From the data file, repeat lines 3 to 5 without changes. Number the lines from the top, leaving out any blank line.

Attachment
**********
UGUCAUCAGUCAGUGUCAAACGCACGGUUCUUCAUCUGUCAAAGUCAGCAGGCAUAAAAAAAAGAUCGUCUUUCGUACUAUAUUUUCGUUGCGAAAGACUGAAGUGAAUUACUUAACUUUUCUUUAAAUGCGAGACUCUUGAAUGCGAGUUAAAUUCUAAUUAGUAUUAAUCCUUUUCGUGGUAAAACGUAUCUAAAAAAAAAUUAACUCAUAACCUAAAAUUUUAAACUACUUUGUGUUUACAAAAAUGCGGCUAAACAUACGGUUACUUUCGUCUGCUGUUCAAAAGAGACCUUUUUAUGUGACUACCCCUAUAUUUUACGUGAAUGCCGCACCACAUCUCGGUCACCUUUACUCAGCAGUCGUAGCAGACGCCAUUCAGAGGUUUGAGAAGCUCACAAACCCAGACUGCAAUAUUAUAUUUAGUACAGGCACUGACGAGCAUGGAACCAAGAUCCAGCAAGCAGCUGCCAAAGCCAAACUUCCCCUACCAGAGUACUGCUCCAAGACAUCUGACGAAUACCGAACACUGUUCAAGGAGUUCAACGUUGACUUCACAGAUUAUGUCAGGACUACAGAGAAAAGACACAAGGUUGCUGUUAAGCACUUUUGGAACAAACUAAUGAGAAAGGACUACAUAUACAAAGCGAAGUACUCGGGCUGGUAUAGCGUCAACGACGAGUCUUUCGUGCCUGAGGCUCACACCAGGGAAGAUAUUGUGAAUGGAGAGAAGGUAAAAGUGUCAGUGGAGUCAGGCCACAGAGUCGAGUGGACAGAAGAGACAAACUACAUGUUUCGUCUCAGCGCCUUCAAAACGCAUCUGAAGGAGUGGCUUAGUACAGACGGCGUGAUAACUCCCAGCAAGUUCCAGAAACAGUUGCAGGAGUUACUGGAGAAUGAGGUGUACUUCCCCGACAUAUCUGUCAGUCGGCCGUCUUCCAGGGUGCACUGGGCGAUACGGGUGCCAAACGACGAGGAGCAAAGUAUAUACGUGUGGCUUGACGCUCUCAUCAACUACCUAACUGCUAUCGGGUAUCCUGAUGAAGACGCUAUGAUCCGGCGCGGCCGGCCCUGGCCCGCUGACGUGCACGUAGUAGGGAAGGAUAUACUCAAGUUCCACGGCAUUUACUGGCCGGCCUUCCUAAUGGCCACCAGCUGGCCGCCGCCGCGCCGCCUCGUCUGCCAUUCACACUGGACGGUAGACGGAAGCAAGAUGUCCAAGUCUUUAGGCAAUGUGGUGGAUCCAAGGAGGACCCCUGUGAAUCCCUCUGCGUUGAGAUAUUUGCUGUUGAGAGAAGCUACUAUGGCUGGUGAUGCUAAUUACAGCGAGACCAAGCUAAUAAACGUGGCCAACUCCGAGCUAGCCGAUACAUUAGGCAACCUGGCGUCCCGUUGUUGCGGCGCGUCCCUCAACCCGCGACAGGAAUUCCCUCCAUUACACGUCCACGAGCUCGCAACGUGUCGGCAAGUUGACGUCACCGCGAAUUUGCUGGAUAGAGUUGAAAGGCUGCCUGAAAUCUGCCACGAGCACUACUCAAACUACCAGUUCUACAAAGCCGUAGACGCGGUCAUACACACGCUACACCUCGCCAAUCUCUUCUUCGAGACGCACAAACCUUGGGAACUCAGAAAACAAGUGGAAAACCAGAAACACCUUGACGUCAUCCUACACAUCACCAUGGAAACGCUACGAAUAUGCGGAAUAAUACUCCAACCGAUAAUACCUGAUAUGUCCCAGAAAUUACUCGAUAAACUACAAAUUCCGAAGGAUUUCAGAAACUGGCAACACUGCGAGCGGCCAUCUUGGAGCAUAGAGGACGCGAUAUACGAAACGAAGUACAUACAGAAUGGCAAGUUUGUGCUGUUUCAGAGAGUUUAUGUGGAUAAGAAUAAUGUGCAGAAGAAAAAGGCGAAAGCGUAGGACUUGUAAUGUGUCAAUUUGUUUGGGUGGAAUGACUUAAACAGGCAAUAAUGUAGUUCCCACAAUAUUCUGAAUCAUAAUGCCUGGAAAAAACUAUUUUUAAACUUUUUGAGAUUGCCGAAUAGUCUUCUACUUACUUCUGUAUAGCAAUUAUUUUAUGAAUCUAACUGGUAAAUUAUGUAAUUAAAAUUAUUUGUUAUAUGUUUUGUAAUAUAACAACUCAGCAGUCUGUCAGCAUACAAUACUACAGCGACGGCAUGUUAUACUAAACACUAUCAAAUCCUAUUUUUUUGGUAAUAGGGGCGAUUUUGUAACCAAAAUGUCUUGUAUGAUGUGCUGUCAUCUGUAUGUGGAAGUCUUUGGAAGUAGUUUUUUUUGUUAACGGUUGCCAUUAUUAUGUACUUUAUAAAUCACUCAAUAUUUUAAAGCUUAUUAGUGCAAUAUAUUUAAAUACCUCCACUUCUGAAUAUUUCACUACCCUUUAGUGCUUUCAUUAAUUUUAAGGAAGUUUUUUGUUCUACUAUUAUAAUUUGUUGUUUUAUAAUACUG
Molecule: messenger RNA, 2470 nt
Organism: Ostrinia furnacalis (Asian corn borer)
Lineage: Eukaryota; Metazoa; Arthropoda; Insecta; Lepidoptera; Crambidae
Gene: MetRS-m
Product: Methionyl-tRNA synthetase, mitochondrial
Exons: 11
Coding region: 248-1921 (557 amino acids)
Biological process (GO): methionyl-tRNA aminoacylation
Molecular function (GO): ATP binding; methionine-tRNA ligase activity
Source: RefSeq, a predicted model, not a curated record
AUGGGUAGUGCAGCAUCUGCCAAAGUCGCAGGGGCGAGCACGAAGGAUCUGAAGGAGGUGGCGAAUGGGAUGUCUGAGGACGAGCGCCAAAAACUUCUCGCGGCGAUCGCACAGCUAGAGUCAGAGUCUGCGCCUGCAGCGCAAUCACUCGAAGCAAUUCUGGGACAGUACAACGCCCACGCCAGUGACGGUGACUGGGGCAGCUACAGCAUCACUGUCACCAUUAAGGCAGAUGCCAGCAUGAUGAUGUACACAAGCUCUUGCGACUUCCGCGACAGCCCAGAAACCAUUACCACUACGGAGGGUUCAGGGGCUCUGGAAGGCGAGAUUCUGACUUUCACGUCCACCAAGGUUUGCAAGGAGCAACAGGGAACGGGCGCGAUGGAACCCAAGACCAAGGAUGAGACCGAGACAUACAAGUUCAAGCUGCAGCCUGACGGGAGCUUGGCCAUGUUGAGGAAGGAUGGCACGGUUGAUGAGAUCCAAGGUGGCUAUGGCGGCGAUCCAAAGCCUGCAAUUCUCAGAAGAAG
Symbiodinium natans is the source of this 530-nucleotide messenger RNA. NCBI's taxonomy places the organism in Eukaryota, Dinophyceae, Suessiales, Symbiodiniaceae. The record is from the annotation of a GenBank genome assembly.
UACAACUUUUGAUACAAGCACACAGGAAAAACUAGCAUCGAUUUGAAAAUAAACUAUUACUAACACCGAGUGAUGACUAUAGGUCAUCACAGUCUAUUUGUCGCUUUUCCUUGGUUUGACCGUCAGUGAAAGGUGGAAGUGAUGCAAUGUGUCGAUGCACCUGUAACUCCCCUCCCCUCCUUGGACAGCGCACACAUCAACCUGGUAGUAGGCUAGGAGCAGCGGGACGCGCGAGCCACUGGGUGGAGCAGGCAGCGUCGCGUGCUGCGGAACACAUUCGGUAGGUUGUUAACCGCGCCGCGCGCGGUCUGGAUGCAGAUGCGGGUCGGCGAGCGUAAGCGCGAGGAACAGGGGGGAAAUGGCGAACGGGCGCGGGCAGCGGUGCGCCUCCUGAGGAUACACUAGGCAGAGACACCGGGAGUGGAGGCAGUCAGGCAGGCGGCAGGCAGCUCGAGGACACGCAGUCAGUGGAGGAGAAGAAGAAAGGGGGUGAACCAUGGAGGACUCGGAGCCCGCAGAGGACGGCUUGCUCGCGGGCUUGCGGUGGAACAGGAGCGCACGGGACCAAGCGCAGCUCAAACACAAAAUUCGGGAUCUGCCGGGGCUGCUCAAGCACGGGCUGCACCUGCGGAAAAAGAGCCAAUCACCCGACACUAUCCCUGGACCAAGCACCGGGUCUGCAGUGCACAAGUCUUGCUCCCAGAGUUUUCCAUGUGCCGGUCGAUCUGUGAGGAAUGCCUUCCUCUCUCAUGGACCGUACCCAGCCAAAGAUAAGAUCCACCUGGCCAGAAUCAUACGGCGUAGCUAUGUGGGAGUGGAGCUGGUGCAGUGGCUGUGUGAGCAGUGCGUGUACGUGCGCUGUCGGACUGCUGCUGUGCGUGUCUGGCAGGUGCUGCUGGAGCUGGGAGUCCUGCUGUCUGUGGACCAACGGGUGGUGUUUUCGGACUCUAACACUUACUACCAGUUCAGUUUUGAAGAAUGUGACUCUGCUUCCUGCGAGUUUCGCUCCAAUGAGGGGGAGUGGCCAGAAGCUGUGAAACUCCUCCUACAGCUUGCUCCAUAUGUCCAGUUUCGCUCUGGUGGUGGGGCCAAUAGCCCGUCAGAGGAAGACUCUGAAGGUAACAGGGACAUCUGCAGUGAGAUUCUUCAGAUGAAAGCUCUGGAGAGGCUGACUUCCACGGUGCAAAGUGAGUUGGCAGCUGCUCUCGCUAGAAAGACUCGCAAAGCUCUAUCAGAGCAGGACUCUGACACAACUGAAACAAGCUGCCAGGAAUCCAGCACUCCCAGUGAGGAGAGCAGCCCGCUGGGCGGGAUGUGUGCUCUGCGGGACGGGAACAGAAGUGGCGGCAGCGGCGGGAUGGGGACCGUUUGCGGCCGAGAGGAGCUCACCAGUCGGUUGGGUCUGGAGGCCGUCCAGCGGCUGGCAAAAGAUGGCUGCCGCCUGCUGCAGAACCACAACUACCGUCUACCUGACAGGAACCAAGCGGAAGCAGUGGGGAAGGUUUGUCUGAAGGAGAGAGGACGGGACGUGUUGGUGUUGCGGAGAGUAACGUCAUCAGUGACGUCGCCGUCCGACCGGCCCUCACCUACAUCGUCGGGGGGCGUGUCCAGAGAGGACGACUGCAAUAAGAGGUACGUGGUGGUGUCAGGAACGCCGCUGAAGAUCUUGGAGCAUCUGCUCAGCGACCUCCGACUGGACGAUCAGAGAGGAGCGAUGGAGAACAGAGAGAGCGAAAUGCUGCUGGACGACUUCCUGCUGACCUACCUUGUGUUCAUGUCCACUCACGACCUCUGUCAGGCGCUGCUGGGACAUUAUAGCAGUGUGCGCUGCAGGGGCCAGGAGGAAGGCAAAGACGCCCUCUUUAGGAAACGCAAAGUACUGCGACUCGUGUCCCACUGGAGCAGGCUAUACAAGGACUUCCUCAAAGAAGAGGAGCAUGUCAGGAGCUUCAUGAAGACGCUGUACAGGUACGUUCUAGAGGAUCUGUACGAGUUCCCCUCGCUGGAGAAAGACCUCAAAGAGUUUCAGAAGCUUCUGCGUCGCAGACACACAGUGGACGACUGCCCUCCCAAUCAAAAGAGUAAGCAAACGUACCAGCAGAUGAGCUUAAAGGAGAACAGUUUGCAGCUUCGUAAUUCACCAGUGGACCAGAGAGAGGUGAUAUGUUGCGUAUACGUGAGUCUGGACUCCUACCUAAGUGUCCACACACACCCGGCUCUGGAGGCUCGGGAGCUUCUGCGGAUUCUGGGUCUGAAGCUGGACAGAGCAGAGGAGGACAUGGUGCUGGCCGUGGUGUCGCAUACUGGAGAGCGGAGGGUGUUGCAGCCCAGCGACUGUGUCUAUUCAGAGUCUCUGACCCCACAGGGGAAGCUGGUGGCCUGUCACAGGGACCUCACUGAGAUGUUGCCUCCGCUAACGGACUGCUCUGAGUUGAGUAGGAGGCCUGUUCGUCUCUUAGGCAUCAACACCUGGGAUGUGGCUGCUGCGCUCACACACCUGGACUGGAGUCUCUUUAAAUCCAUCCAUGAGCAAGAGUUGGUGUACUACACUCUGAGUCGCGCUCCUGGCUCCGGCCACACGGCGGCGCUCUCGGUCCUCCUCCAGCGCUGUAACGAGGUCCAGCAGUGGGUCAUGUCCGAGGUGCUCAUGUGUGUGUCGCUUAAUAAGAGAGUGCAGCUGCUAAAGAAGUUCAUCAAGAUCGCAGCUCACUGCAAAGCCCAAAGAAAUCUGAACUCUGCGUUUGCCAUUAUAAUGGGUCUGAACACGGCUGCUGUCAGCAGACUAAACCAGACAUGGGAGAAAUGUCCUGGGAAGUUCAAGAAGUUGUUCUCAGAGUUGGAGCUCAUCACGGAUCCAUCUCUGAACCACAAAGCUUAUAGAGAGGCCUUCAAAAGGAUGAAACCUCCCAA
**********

Organism: Ostrinia furnacalis (Asian corn borer)
Lineage: Eukaryota; Metazoa; Arthropoda; Insecta; Lepidoptera; Crambidae
Gene: MetRS-m